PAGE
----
“There is only one thing a philosopher can be relied upon to do, and that is to contradict other philosophers”

– William James
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Re: The Garden of Eden: Fact, Fiction, or Metaphor?

Post by Samana Johann »

Sushan wrote: June 4th, 2023, 11:03 pm This topic is about the June 2023 Philosophy Book of the Month, Killing Abel by Michael Tieman



A central element in many Judeo-Christian narratives is the Garden of Eden. Traditionally depicted as a paradise created by God for Adam and Eve, it serves as the stage for humanity's first act of disobedience, resulting in our exile into the world we now inhabit. The question that often arises is: How should we interpret the Garden of Eden? Is it a historical place, a metaphorical construct, or a blend of both?

In this book, the Garden of Eden is portrayed in a way that invites us to consider these questions. The story is grounded in the Genesis narrative, yet the author's imagination fills in gaps, providing us with a vivid and detailed image of Eden. One particularly intriguing aspect is the precise geographical location of the Garden, which is suggested to be in Eastern Africa.

This portrayal stirs a fascinating philosophical debate. If we accept the Garden as a real geographical location, what does it mean for our understanding of the Bible and its teachings? How does this affect our conception of the divine and the human condition? On the other hand, if we see the Garden as purely metaphorical, what lessons can we glean from this metaphor?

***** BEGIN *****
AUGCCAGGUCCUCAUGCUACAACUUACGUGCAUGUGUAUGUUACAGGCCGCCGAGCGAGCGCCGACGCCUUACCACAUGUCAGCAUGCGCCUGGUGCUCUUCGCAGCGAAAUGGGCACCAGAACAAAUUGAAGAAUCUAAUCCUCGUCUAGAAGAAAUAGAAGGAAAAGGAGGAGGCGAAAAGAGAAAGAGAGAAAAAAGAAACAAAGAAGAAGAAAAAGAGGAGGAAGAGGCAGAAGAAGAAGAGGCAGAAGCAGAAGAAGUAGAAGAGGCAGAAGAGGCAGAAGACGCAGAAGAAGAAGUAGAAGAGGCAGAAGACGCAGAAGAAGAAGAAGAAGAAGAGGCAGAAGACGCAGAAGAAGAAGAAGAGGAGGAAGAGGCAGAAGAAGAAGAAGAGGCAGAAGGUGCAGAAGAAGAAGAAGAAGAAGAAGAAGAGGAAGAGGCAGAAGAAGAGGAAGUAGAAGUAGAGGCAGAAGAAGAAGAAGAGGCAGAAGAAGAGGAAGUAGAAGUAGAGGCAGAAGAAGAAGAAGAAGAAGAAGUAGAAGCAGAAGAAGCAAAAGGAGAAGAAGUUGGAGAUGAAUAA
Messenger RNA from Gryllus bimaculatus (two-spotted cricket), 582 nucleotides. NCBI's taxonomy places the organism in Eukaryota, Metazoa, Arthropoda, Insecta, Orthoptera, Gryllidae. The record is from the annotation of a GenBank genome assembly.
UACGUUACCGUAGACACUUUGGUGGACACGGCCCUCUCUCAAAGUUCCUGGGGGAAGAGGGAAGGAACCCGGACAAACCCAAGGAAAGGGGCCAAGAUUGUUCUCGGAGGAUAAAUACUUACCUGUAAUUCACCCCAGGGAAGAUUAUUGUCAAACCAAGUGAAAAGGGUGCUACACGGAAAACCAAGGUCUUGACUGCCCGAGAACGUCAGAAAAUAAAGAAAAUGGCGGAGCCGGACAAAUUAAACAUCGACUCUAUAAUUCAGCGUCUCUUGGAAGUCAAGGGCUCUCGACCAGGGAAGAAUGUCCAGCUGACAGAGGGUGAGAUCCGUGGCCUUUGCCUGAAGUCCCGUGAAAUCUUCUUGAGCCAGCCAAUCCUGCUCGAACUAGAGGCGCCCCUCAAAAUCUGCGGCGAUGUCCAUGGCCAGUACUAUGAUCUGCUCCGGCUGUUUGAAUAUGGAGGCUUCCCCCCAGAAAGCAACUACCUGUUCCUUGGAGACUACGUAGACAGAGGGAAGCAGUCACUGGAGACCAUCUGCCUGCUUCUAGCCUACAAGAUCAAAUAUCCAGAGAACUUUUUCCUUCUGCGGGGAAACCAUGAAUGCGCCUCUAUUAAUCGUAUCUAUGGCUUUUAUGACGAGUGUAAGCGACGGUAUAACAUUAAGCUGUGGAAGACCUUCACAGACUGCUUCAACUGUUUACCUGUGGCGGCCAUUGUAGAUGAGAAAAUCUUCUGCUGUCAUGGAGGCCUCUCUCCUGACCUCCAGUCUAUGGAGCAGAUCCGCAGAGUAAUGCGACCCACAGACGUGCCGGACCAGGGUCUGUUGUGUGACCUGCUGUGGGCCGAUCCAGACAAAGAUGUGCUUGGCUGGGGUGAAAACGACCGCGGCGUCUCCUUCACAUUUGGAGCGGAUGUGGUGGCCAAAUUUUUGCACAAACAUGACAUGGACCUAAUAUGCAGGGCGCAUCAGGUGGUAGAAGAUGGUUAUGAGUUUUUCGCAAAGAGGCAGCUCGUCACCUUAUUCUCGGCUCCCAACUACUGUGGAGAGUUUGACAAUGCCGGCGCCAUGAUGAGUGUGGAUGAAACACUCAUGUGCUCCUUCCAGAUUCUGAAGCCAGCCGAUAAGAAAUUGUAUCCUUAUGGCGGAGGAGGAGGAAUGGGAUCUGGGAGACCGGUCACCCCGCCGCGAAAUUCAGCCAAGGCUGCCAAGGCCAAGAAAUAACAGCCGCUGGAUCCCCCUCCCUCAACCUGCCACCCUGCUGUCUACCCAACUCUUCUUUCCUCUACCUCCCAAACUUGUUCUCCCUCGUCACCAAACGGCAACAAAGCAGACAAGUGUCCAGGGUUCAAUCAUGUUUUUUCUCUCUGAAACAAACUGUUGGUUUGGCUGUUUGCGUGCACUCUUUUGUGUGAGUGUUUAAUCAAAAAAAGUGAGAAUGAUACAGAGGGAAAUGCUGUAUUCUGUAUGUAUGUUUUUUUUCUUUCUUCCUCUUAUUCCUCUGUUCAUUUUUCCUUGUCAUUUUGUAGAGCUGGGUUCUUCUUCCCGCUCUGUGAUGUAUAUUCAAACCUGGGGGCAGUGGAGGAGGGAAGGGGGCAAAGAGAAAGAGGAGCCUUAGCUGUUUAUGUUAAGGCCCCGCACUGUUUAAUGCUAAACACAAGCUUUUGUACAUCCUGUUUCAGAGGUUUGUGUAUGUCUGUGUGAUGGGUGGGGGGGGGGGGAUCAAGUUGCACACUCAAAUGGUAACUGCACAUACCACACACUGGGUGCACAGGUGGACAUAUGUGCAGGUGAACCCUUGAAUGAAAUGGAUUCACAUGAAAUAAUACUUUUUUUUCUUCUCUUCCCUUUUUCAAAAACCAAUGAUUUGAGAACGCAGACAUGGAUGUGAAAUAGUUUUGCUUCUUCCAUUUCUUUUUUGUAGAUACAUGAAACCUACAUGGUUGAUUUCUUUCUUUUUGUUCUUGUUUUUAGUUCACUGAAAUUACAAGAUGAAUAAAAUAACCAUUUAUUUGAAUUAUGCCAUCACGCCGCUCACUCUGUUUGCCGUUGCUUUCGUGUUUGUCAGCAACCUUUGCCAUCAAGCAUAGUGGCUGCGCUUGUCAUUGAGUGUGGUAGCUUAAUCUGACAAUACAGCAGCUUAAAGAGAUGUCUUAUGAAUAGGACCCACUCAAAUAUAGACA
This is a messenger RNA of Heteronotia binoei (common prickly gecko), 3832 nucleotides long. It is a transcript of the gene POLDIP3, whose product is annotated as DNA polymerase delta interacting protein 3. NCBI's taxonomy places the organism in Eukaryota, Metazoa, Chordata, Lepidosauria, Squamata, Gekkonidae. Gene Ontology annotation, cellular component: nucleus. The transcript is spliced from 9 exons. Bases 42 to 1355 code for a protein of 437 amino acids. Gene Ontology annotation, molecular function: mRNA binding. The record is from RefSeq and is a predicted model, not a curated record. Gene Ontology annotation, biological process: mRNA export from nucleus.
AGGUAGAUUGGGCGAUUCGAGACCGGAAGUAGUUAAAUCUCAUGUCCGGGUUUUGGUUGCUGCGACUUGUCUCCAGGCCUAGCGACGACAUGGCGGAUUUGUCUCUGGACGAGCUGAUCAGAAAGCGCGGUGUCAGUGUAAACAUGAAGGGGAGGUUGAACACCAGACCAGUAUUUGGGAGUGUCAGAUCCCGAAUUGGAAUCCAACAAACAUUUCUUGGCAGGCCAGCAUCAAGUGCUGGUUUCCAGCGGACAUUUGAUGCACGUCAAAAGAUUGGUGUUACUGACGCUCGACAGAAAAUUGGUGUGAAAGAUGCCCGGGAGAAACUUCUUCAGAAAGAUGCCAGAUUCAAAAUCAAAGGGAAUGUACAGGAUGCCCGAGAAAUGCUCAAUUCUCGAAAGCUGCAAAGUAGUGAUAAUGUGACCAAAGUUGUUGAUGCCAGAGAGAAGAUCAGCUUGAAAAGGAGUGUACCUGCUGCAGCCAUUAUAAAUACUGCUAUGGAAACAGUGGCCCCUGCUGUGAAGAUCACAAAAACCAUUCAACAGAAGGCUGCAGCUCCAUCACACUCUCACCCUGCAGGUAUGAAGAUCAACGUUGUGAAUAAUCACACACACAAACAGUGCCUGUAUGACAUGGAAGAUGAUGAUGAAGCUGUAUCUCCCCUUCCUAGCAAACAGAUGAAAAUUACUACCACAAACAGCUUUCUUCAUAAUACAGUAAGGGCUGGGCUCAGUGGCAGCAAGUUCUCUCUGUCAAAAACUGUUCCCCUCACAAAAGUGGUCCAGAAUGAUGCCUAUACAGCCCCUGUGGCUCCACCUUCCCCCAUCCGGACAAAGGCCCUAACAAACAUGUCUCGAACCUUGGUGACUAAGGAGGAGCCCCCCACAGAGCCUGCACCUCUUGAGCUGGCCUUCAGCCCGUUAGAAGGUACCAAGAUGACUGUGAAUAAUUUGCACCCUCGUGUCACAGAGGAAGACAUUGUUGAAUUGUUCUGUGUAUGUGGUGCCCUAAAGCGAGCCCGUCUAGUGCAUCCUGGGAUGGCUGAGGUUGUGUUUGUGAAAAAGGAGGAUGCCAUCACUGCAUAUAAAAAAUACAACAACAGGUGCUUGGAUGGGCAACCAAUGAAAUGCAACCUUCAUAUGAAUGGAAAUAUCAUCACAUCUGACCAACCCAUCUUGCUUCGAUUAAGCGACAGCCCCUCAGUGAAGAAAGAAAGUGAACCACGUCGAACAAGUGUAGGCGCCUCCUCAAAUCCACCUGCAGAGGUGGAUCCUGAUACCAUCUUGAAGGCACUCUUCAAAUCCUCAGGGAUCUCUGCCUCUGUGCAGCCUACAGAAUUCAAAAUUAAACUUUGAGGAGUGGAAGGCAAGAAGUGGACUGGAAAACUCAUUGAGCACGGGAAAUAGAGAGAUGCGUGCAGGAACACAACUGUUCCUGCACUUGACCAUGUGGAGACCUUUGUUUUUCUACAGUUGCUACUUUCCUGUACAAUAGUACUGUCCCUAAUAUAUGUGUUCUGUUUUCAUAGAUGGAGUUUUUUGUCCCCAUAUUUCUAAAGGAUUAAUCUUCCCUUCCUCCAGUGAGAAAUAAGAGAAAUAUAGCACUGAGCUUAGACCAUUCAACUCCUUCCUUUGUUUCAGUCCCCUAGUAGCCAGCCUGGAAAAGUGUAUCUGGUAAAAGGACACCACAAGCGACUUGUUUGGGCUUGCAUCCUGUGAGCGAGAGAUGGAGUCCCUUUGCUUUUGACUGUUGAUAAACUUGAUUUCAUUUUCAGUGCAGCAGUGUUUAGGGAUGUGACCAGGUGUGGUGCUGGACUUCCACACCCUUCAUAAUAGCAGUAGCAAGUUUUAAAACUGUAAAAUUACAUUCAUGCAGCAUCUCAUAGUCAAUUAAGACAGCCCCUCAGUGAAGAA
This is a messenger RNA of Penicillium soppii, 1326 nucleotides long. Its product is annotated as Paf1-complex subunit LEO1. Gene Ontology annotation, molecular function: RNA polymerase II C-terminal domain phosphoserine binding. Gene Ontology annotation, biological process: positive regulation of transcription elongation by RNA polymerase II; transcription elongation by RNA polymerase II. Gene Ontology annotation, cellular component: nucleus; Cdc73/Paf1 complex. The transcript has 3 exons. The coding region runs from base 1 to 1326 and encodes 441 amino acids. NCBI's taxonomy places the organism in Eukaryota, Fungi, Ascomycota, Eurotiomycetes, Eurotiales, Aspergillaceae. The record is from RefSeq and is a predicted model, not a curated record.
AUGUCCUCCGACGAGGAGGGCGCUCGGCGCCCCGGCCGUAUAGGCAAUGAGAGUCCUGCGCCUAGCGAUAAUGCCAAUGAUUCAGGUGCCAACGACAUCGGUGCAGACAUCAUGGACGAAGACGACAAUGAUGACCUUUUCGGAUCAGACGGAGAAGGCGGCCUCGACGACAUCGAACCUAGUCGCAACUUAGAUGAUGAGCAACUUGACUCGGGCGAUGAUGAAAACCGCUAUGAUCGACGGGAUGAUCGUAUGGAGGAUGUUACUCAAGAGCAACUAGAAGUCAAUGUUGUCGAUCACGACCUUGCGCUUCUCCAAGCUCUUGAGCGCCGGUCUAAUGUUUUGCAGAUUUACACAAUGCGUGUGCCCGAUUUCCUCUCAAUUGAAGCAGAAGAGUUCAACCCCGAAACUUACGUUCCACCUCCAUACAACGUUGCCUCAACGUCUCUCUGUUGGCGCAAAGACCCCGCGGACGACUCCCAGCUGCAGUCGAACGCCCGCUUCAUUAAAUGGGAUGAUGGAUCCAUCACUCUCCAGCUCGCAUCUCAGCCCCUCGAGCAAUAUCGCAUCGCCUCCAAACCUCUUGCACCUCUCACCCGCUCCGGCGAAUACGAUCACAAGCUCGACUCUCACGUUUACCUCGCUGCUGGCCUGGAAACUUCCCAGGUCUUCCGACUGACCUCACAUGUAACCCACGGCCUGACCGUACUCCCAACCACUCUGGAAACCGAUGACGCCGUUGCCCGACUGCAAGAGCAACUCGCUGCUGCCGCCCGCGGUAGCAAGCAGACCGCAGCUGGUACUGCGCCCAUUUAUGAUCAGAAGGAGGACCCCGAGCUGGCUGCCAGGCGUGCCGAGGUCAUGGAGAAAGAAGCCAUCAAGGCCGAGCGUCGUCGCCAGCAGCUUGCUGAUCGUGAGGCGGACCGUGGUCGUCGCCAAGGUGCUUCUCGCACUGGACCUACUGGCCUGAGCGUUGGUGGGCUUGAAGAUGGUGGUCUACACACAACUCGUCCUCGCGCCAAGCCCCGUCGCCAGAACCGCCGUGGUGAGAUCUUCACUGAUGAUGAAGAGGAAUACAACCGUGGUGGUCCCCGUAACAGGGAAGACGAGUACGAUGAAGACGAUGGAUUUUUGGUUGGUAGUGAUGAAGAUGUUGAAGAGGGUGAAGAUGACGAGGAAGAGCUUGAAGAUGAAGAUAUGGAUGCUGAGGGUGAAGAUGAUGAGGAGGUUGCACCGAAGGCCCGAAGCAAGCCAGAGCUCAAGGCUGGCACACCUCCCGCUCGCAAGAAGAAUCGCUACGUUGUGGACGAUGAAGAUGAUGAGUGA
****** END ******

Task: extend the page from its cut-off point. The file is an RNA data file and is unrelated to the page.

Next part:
What's called garden of Eden, or paradise, should be recogniced as higher realm of the sensual world, good Sushan.

Maybe an overview of the *(zugangzureinsicht*org/html/ptf/dhamma/sagga/loka_en.html) realms of existences* is useful.

One factor of right view (note that all have to. be taken in faith at first place to be able to develop mind in a way it can be seen for oneself) is "there are spontaneously born beings" (e.g. heavens, refined realms of existence).
One who denys refined existence wouldn't make. efforts to reach such, wouldn't act skilful. Acting unvirtouse, one's way up is closed.

It's *(sangham*net/en/tipitaka/sut/mn/mn.060.than) a safe bet*, for this and for the next world and beyond.
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Re: The Garden of Eden: Fact, Fiction, or Metaphor?

Post by Belinda »

Sushan wrote: April 28th, 2024, 4:02 am
Belinda wrote: April 18th, 2024, 7:04 am
Sushan wrote: April 18th, 2024, 4:15 am
Belinda wrote: April 17th, 2024, 2:18 pm I am sorry to not have any compromise to offer but I am so appalled by present vivisection practices that I can't compromise.

As for Neuralink, do you think that it's ethically sound for people to offer themselves as guinea pigs ? Already we use human guinea pigs to research the common cold .Or is Neuralink such that human guinea pigs' freedoms would be at risk , so that there is a difference in kind, not a difference in degree, between using human guinea pigs for the common cold on one hand, and using human guinea pigs for Neuralink research on the other? How could scientists be entrusted with such potential for political power? I suspect it's a difference in kind, and I am trying to think of some precedent. Can you think of a precedent for a civilised society disallowing brainmind control?

I understand a patient with Parkinson's disease or something similar was treated successfully with a Neuralink device. Presumably this was with the patient's informed consent.

Death is irreversible in common practice and so there is a comparison between the choice to die (doctor assisted dying) and the choice to potentially compromise one's freedom with a therapeutic Neuralink device.
Lobectomy took away patients' freedom, and is now rightly condemned, whether or not the patient had consented before the surgery. If there is anything that defines human nature it's freedom together with its obverse, responsibility.

I say "brainmind" because this is occasion to apply the Spinoza ontology of dual aspect monism.
Thank you for the insightful ideas.